Addresses: 19743 Valleyview Drive, Topanga, CA 90291.
“critics bashed the show’s unfunny scripts and thenstar… Bonet’s lackadaisical acting; black viewers wondered why so many white kids were enrolled in what was supposed to be a Howard University-type school.” Hardison noted in the same article that the show “just wasn’t black,” and added, “The problem was the producers and the scripts. The humor wasn’t true to us. We were acting like… high school kids from Kansas.” Despite an uncertain start, the show’s first season was buoyed by its favorable time slot on Thursday night, sandwiched between the wildly popular Cosby Show and Cheers.
In its second season, A Different World settled into a solid ensemble sitcom about the insular nature of campus life. In their book, Harry and Wally’s Favorite TV Shows, Harry Castleman and Walter Podrazik noted the crucial addition of former Fame star Debbie Allen, who joined the show in 1988 as producer-director and writer. Lisa Bonet also left the show that year. The result, according to Castleman and Podrazik, was “a more truly balanced ensemble.” In a cast that included DawnnLewis as Jaleesa, Darryl Bell as Ron, and Sinbad as Walter, Hardison and Guy emerged as the two main co-stars. Britt also noted that once Allen joined the production, the scripts improved significantly, broadening their scope to deal with real-life college student concerns such as date rape, unprotected sex, and drug use.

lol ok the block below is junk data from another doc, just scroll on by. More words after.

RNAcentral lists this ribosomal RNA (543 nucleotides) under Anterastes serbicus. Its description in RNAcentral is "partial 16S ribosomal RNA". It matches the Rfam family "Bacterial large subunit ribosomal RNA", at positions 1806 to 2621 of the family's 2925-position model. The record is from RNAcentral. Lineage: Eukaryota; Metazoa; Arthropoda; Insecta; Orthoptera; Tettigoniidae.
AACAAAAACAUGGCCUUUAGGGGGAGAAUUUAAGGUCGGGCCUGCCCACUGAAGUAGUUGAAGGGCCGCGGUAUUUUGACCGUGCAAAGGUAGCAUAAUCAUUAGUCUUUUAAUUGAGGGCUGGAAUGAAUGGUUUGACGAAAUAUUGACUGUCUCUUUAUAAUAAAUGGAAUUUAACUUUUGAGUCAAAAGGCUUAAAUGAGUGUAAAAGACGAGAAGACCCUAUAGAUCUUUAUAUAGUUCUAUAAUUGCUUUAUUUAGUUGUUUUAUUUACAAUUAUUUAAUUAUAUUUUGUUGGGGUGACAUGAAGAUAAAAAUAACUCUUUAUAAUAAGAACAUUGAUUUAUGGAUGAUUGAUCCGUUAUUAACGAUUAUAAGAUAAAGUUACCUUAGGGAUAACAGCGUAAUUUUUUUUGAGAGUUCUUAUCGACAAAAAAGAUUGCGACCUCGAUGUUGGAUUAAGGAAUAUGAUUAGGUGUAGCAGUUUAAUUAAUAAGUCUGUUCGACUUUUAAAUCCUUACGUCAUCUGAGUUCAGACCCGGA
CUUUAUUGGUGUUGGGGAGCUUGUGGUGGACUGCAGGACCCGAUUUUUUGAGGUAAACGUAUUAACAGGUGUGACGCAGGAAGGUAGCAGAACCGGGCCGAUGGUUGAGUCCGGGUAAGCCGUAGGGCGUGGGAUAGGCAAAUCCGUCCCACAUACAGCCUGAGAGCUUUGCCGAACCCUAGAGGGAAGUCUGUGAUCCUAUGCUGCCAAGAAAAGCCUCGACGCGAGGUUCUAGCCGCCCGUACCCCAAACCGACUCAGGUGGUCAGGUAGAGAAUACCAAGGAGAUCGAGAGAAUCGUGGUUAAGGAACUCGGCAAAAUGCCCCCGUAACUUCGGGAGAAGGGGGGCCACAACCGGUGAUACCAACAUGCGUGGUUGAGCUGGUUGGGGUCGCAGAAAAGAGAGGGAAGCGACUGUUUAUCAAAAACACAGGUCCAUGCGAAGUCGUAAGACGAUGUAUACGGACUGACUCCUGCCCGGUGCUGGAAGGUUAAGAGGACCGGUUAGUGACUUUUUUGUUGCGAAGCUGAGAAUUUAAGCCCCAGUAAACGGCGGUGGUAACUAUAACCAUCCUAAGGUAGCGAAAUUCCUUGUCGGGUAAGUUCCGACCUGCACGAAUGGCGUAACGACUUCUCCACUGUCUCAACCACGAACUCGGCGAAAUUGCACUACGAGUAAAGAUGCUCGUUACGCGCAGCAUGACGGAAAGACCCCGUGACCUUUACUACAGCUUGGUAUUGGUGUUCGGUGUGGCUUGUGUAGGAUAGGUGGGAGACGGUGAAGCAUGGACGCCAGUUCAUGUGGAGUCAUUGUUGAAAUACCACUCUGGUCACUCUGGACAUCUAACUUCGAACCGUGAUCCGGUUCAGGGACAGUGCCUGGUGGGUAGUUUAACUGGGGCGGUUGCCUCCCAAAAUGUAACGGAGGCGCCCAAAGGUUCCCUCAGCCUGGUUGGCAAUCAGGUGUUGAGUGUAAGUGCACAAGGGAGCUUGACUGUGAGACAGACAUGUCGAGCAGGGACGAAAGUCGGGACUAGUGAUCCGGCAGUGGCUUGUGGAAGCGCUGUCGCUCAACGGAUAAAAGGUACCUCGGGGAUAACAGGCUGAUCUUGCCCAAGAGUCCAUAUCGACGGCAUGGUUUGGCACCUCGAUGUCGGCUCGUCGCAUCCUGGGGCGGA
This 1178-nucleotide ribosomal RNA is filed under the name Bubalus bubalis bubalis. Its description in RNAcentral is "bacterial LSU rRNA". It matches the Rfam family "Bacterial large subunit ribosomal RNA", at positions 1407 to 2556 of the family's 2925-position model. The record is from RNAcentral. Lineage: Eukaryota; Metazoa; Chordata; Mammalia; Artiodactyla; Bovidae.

It is unfortunate that A Different World’s favorable time slot was often credited for the show’s success, causing many, including Hardison, to speculate that perhaps NBC’s lackluster promotion of the show was based on racial issues. Additionally, the shadow of the show’s poor first season continued to unfairly color subsequent evaluations. Nevertheless, beginning with its second season, A Different World received very favorable reviews of its own, and consistently placed in the Nielsen ratings’ top ten shows. Hardison himself was so popular as Dwayne Wayne that he was voted favorite actor in a poll conducted by Canada’s TV Guide. According to Jet, Hardison “won by a landslide.” Following a successful six-year run, A Different World was cancelled by NBC in 1992.